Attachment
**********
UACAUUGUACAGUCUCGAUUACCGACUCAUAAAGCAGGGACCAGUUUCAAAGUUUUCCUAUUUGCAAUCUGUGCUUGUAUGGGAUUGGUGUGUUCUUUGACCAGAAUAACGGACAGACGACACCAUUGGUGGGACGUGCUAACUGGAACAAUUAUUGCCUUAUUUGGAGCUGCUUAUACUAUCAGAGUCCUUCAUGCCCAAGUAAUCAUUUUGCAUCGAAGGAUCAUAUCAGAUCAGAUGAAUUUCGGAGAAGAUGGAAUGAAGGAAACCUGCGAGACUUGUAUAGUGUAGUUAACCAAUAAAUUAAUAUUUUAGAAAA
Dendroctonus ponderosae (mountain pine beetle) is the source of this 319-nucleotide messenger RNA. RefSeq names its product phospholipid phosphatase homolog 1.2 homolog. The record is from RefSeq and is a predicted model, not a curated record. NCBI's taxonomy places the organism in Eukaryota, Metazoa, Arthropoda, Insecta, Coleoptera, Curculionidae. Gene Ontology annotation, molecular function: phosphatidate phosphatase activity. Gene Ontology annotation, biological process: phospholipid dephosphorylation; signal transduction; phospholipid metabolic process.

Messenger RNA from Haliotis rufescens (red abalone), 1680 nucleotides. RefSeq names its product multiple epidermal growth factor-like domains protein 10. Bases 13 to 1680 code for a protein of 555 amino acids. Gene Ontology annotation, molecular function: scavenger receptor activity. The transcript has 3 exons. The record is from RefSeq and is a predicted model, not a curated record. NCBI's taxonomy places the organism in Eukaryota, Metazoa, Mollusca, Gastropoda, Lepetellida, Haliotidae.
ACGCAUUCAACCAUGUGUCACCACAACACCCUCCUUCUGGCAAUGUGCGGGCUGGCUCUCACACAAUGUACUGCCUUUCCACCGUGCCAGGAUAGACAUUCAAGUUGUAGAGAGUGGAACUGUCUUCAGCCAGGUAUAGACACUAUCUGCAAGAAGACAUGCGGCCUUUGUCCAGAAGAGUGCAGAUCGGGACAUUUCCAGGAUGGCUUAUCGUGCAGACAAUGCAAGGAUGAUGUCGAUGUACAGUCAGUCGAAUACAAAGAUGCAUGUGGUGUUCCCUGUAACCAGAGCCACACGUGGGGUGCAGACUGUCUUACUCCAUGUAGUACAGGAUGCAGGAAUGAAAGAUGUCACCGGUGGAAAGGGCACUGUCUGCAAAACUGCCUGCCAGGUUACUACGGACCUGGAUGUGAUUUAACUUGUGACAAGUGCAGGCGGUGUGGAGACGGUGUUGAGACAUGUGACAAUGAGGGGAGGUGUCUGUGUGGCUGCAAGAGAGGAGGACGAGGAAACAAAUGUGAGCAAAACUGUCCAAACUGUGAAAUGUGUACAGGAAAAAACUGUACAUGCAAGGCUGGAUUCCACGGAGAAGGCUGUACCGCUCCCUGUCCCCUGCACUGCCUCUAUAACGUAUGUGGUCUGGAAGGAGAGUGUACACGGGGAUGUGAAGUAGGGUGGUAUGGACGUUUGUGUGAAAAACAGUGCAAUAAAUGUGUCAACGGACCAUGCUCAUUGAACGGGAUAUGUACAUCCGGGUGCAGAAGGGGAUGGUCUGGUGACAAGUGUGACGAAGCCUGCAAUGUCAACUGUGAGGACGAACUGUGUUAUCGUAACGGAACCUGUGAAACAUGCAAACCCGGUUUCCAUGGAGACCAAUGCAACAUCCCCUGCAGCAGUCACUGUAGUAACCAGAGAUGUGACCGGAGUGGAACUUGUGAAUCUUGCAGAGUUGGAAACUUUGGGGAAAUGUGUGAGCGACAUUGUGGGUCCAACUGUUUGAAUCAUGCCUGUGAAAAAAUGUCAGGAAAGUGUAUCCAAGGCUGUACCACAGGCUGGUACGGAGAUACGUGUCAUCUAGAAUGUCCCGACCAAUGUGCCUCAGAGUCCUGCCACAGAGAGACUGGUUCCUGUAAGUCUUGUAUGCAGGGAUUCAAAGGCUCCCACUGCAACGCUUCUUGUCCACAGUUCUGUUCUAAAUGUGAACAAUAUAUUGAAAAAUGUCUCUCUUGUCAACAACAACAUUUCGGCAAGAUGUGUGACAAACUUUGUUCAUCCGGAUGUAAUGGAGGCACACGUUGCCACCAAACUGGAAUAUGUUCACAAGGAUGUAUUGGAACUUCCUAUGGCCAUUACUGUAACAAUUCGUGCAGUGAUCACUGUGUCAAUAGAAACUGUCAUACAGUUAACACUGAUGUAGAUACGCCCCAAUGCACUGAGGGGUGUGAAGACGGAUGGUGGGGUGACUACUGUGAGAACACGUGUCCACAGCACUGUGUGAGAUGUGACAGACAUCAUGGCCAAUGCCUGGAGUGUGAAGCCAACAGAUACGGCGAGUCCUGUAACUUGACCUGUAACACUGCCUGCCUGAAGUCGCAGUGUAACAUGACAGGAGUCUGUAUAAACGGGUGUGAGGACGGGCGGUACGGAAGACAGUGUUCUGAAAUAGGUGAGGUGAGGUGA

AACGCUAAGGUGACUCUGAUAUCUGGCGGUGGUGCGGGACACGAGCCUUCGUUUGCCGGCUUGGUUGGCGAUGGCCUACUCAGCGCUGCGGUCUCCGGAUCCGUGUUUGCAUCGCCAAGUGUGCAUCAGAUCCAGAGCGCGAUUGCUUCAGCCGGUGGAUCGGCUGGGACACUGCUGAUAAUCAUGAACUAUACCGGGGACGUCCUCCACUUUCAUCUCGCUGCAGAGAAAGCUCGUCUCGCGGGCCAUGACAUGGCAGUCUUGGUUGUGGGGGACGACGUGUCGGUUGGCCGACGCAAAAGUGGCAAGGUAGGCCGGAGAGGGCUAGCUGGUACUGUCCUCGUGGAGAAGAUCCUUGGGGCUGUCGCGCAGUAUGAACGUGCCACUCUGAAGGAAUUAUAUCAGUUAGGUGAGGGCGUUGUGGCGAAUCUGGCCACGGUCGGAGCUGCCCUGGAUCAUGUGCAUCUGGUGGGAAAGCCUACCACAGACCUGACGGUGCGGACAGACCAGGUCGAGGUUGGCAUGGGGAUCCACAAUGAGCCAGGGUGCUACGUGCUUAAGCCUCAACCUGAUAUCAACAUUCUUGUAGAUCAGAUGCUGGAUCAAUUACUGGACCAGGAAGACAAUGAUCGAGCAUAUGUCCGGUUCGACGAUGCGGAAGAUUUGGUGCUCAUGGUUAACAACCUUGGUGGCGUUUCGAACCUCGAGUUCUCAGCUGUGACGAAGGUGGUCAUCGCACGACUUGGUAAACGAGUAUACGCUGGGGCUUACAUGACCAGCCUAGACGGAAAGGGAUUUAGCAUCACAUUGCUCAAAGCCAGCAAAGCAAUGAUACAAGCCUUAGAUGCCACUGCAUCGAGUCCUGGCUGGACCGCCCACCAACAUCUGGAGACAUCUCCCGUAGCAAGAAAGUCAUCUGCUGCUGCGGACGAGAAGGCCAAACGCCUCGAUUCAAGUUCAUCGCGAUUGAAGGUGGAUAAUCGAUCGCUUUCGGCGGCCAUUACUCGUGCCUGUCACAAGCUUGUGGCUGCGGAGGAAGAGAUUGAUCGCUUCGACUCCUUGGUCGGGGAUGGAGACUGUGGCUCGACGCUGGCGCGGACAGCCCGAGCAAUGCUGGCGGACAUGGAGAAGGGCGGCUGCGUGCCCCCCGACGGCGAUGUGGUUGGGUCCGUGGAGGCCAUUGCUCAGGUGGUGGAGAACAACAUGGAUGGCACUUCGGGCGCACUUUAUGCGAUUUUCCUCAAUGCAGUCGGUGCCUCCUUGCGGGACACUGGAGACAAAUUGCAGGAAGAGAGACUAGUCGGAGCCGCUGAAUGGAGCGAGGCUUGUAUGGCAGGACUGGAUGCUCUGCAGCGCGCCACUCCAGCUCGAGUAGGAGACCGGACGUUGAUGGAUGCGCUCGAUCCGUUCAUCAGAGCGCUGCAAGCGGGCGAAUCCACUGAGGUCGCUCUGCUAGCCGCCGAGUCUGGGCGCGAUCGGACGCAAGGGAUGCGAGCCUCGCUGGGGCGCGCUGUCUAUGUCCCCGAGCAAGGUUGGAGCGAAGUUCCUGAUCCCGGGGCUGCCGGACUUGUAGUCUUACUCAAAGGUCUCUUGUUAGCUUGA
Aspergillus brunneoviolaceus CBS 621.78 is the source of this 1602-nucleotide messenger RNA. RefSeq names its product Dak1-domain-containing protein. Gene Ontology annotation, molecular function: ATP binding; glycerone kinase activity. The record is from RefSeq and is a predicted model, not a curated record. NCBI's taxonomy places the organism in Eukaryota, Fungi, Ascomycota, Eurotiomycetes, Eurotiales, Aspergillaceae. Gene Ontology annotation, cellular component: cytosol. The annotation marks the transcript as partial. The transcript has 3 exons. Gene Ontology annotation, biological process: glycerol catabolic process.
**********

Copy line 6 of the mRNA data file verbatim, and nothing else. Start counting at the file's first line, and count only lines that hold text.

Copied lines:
Aspergillus brunneoviolaceus CBS 621.78 is the source of this 1602-nucleotide messenger RNA. RefSeq names its product Dak1-domain-containing protein. Gene Ontology annotation, molecular function: ATP binding; glycerone kinase activity. The record is from RefSeq and is a predicted model, not a curated record. NCBI's taxonomy places the organism in Eukaryota, Fungi, Ascomycota, Eurotiomycetes, Eurotiales, Aspergillaceae. Gene Ontology annotation, cellular component: cytosol. The annotation marks the transcript as partial. The transcript has 3 exons. Gene Ontology annotation, biological process: glycerol catabolic process.